Circulating Now welcomes guest blogger Dan Bouk, PhD who shares his insights on nineteenth century government data collection and analysis as part of our Revealing
Circulating Now readers recently learned about a unique register of patients from Mansion House Hospital dating from the 1860s and 1870s, which NLM holds in
By Stephen J. Greenberg Mercy Street, the popular PBS series now entering its second season, tells the complicated story of a U.S. Army hospital during
By Anne Rothfeld The National Park Service (NPS) celebrates its centennial on August 25, 2016. From Maine to Hawaii, the breadth of NPS includes parks,
By Stephen J. Greenberg Although the American Civil War was not the first armed conflict to be extensively photographed (that dubious distinction belongs to the
By Kenneth M. Koyle and Jeffrey S. Reznick Over the summer, staff of the National Library of Medicine (NLM) took a little time out for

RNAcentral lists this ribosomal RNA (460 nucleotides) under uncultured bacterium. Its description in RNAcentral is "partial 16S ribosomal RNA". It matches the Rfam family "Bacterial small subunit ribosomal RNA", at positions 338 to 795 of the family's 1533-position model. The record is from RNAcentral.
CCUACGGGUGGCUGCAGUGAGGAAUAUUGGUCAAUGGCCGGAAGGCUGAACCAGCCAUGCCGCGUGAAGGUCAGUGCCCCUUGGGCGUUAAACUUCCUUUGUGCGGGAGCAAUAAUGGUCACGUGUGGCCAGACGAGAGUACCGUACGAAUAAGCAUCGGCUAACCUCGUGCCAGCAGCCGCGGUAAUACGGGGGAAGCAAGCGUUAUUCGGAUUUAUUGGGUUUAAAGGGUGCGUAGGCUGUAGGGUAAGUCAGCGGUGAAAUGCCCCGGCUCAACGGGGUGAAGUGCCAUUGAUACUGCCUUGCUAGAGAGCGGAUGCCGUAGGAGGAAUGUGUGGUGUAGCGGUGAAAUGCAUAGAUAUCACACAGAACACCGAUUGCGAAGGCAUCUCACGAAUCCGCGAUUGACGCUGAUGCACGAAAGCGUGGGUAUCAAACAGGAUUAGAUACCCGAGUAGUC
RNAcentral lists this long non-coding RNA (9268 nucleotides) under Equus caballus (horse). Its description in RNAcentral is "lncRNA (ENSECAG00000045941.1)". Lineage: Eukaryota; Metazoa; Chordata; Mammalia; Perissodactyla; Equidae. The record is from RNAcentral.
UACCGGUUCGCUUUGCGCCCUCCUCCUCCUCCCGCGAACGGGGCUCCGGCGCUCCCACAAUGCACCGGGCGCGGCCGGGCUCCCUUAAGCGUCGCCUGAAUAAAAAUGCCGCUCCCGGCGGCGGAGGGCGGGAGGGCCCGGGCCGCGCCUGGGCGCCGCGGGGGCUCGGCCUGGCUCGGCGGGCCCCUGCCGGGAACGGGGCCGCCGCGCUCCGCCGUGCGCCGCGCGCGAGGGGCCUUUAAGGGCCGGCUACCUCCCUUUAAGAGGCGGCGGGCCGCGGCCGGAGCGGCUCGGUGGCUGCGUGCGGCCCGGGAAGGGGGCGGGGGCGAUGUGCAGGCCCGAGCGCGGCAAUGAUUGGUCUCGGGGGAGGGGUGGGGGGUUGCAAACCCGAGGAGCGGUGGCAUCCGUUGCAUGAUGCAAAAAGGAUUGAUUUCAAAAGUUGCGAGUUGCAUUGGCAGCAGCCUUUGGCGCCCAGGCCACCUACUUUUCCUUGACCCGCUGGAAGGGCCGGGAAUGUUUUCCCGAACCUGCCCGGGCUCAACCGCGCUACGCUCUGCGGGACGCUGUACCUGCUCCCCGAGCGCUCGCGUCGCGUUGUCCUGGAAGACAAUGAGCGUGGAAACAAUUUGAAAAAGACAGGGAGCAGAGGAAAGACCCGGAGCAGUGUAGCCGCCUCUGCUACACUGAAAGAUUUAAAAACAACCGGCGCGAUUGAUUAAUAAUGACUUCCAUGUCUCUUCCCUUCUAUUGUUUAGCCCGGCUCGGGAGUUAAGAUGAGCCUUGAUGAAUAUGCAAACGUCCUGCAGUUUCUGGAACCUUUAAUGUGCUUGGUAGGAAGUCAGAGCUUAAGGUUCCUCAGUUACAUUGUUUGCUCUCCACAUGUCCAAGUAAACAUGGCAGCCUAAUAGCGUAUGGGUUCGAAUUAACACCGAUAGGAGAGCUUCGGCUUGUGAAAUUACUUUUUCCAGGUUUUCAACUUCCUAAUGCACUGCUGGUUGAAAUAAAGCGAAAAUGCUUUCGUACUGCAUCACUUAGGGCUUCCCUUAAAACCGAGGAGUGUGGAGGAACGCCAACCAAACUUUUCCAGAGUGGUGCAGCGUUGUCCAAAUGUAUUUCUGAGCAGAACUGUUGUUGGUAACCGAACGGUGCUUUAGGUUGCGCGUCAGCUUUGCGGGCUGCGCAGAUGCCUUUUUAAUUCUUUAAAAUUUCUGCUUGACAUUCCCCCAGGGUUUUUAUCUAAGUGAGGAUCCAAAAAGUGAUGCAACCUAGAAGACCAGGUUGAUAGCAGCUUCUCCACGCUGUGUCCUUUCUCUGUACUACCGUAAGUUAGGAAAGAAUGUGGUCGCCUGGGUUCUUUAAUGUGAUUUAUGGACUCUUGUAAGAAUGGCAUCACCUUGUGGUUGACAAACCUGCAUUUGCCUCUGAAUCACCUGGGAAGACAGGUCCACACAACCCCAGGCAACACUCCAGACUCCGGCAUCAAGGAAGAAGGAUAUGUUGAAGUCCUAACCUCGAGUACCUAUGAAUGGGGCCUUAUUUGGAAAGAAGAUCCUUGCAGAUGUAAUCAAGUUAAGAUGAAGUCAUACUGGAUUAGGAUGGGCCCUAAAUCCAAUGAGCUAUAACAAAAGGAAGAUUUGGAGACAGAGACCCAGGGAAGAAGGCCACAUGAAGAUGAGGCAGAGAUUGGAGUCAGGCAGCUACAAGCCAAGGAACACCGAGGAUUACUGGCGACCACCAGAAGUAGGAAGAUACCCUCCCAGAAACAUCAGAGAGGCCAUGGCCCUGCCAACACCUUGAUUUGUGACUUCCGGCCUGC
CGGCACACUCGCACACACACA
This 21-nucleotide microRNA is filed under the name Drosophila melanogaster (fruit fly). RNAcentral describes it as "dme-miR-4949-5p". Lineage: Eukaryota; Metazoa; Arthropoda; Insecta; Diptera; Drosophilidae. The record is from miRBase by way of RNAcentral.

Dr. Dale Smith spoke today at the National Library of Medicine on “Anatomy Acts and the Shaping of the American Medical Profession’s Social Contract.” Dr.
By Jill L. Newmark “…the sight of his uniform stirred the faintest heart to faith in the new destiny of the race, for Dr. Augusta
By Lenore Barbian and Jeffrey S. Reznick During the days and weeks following the shooting, Bliss dutifully reported the details of the President’s vital signs.
Shauna Devine spoke today at the National Library of Medicine on “The Civil War, the Army Medical Museum, and the Surgeon General’s Library: Medical Practice
By Jeffrey S. Reznick and Lenore Barbian Dr. D. Willard Bliss Five minutes after Charles Guiteau shot President Garfield on July 2, 1881, the first
by Michael Sappol Once upon a time, long before immersive video games, the History Channel and IMAX cinema, History was Big, heroic, epic, and full